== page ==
Sidmouth to lose biggest employer to Honiton?
District council considers Knowle move
SIDMOUTH could be set to be stripped of its status as the home of East Devon District Council (EDDC) - sparking fears for trade if more than 400 workers up sticks.
The Herald understands the town’s biggest employer is seriously considering leaving its prestigious Knowle home for a Honiton industrial estate.
New deputy chief executive Richard Cohen has been tasked with investigating the viability of the cash-saving move, which would see other services go to Exmouth.
EDDC said yesterday: “We’re doing this because it’s the right thing to do.”
You may also want to watch:
A spokesman revealed ‘informal’ approaches had been made over the possible sale of Knowle in the past, but added: “This is the council’s decision and not in response to any specific developer interest.”
The authority won’t reveal how much bosses think Knowle is worth, but said its valuation will be ‘part of the process going forward’.
- 1 Folk festival boosted by £97K grant from Culture Recovery Fund
- 2 We're open again! Town's traders welcome back shoppers
- 3 Archie's three marathons in three days charity challenge
- 4 Confidence grows for return of traditional high street
- 5 Sidmouth seniors back in competitive action
- 6 The boyhood of Ottery's famous poet - Samuel Taylor Coleridge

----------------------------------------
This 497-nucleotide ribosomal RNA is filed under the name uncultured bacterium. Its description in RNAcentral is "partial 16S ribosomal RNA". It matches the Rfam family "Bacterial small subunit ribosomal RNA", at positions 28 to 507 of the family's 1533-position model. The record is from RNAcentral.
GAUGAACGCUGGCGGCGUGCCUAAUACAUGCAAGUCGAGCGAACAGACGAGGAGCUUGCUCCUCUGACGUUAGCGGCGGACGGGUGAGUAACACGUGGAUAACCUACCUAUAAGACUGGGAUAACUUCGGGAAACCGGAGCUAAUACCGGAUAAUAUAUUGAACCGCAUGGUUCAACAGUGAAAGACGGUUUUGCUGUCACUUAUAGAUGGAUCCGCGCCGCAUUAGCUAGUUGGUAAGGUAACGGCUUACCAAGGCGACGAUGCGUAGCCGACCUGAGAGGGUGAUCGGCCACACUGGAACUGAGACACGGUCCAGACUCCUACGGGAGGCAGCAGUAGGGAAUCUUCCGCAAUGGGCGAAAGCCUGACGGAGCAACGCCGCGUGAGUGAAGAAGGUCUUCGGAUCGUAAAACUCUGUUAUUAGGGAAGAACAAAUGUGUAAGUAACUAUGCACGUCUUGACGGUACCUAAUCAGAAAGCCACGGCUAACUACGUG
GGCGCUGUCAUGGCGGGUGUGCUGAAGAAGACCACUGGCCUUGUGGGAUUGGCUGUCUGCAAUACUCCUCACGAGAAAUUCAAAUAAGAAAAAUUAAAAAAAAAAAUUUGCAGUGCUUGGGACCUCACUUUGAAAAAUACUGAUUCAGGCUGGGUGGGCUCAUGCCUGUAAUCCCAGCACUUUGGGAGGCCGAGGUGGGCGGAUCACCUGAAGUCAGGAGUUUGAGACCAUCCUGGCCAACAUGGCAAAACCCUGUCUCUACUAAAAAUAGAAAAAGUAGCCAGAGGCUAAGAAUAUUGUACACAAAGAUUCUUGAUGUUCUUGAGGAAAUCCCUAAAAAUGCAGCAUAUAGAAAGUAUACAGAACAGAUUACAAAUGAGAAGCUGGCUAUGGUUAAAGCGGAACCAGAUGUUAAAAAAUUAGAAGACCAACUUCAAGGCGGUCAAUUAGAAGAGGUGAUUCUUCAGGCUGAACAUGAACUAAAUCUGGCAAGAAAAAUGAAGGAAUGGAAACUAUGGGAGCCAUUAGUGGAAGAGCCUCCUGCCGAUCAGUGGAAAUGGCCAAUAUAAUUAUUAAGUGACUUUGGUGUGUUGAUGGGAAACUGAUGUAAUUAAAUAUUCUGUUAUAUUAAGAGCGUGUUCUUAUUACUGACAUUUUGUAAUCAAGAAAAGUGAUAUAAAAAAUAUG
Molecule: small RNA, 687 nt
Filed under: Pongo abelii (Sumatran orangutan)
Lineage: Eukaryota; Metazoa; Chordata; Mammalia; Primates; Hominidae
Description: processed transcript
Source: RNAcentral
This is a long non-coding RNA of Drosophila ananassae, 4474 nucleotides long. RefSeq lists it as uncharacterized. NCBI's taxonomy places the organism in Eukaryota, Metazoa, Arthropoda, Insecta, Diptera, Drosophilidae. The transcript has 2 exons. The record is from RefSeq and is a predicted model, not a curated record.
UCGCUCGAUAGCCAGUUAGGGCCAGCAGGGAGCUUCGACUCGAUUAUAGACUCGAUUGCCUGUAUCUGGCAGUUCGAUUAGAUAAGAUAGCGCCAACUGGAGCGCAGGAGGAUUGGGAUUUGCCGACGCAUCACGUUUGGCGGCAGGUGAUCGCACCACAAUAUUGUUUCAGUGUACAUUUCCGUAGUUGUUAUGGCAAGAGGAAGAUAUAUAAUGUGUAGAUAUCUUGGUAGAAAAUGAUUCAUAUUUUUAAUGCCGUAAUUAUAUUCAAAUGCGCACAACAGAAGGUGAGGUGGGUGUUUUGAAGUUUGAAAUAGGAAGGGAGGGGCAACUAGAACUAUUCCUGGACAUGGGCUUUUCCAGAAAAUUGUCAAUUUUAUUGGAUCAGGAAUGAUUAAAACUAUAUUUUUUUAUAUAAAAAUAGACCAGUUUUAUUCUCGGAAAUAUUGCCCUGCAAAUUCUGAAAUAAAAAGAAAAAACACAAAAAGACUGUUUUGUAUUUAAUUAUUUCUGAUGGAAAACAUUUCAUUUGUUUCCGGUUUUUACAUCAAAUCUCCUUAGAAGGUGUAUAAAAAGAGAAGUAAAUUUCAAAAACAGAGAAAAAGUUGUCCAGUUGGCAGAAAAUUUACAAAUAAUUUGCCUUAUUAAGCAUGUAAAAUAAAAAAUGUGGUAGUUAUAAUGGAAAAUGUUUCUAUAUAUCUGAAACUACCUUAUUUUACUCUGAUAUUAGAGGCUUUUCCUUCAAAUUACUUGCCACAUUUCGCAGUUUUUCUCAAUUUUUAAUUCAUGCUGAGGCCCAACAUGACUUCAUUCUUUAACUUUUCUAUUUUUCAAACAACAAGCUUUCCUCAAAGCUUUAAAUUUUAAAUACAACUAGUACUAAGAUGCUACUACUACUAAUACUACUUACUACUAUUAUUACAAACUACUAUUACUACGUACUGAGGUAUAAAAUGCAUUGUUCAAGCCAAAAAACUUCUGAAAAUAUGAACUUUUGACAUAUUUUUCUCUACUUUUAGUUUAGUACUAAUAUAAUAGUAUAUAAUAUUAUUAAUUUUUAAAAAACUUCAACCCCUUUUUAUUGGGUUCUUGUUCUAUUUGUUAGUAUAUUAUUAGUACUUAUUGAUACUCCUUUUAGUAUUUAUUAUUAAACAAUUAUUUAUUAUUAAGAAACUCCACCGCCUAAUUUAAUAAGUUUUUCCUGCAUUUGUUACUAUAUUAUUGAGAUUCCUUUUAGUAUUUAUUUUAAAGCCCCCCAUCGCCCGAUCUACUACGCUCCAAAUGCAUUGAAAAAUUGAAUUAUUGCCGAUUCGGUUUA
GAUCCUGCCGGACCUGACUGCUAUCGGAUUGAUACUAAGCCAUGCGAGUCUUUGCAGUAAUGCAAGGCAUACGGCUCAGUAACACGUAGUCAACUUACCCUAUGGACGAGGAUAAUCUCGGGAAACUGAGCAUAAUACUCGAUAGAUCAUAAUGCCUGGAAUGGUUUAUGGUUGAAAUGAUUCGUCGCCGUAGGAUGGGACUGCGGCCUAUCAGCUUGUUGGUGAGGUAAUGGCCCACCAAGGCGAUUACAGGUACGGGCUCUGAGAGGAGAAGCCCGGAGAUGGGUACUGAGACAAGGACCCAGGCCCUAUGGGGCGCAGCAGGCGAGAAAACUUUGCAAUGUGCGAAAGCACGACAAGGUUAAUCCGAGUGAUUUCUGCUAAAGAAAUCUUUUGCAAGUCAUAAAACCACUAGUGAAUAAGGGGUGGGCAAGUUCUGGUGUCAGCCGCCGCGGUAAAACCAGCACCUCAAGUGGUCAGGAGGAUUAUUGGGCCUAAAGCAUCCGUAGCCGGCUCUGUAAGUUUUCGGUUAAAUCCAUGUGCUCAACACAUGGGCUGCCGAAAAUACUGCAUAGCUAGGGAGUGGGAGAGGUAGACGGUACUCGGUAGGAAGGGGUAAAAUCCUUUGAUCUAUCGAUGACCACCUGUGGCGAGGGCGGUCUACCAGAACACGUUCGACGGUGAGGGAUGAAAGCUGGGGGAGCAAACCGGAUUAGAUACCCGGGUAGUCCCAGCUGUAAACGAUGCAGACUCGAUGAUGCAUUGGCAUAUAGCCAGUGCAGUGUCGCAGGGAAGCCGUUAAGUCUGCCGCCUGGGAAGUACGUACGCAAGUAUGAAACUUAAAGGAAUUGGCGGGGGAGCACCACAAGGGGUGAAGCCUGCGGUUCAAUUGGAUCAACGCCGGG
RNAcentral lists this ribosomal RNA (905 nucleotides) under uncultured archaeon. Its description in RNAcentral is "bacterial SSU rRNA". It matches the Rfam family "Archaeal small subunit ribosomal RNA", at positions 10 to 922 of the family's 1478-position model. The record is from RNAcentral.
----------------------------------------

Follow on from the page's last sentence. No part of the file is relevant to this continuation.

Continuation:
- 7 Escot springs out of lockdown and they're wild about opening again
- 8 Property of the Week: Priory House, Ottery St Mary
- 9 Stableford jewel for Sidmouth member
- 10 Lockdown has shown the importance of nature and the need for us to nurture each other
Exmouth Town Hall could house departments and staff for the western side of the district, with the rest at the Honiton Heathpark Industrial Estate - already the location for meetings of the East Devon Business Forum.
Council cabinet members last week poured over a confidential office relocation comparative study document, penned by Kensington Taylor Architects, during behind-closed-doors talks.
Mooted reasons for the move to Honiton include the site’s central location in the district, good transport links and the fact the location’s business centre is already owned by the EDDC.
The council has long looked at moving from Knowle in a bid to cut costs.
The former hotel’s size and age have been blamed for expensive heating and lighting costs, while its labyrinth of corridors and stairs make access problematic for some staff and visitors.
Former EDDC leader Sara Randall Johnson last year labelled Knowle as “an antiquated building that costs a fortune”.
Minutes of last week’s cabinet meeting state: “The chief executive assured members that the project would be kept under continual review to ensure that costs were contained and best value achieved. The importance of the provision being cost effective, fit for purpose and flexible was recognised as the main driver.”
? Fears for town businesses. Turn to page 3.